Mentalization is a form of imaginative mental activity which assists us all in interpreting our and others mental states, needs, desires, feelings, beliefs and goals. It is what helps us understand ourselves and each other. Shame is a social and relational feeling state which helps us care about each other and relate with caring and understanding. Both these neurological processes can be significantly impacted by early trauma and adverse childhood experience. The processes are explained and ways to help children who struggle due to trauma will be discussed.
Course material provided will be delivered via description and dialogue by the facilitator supported by power point slides. There is a strong emphasis on practice skills and development and group participation is encouraged throughout and essential to participant learning. This will include video clips, group and small group exercises and examples from and for practice development.
1/2day (3 hours with 15 minute break)
Any appropriately sized room with a projector, screen and flip chart
Minimum group size 6. Can be taught to up to 30 at one time. Can be offered as a conference presentation for larger groups.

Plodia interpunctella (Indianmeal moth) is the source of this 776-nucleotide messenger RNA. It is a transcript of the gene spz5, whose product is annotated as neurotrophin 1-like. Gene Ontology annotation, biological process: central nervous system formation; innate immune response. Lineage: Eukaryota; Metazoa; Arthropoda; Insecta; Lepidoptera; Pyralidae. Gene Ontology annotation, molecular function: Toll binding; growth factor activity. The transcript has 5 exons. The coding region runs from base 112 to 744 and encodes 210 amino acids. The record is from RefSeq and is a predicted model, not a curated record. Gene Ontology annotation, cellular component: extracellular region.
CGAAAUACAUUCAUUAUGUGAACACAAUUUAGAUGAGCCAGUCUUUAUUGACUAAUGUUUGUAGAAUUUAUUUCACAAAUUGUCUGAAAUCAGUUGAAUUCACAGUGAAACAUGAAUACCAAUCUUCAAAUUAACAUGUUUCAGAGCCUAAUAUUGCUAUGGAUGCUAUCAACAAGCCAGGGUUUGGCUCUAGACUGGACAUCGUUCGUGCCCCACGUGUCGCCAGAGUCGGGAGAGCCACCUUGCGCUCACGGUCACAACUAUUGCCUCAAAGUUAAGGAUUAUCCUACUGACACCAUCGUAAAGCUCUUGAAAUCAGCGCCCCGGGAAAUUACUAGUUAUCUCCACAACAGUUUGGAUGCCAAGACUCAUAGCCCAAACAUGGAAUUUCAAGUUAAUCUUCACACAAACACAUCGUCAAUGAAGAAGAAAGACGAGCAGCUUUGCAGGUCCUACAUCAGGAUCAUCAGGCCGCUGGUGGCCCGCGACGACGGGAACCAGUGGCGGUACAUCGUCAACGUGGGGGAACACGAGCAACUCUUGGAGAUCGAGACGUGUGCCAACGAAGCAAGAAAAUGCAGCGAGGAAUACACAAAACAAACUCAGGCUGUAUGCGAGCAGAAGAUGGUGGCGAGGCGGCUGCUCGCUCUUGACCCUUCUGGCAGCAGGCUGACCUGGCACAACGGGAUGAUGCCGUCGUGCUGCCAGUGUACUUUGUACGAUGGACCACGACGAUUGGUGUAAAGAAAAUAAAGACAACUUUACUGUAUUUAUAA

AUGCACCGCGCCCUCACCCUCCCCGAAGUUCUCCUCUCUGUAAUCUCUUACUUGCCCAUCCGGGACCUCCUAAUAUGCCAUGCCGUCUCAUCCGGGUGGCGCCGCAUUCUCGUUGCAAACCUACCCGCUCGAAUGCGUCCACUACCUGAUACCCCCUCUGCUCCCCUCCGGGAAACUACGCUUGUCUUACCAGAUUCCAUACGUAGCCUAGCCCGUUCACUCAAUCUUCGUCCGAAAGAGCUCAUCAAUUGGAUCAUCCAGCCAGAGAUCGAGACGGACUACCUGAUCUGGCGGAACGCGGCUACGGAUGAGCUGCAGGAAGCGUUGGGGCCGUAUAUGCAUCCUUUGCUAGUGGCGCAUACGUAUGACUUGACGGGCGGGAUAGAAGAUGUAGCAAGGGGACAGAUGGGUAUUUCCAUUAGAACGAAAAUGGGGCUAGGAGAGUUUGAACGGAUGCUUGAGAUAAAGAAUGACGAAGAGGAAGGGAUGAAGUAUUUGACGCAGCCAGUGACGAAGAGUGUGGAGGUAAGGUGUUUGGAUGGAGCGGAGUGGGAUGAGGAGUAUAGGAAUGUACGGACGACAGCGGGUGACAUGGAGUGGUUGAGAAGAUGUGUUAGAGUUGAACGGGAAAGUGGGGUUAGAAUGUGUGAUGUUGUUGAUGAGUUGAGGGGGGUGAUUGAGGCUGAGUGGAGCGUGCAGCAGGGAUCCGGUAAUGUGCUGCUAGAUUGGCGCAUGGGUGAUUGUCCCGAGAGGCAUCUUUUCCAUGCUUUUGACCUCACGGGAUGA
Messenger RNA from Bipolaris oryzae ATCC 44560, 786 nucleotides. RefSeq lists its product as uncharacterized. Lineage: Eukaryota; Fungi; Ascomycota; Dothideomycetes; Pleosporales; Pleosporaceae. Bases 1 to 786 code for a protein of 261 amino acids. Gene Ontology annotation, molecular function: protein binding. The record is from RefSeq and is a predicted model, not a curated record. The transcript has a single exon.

This training day is really interesting and helpful to anyone working with children and young peoplein a range of context including vulnerable and hard to reach populations.
No previous knowledge of mentalization and shame is required and this course can be offered at a variety of levels.
To understand the concepts of mentalization and shame and how early trauma can adversely impact on the development of these processes. There will be discussion and ideas as to how support and work with children and young people struggling with these relational, social and emotional skills.
The power point presentation will be made available after the training
A list of readings and resources will be provided at the end of the power point
MA level professionally qualified practitioners with a wide variety of skills as trainers, lecturers and educators. They offer extensive theory to practice knowledge and experience of attachment theory and include psychotherapists, consultant nurses and social workers, psychologists and related health professionals.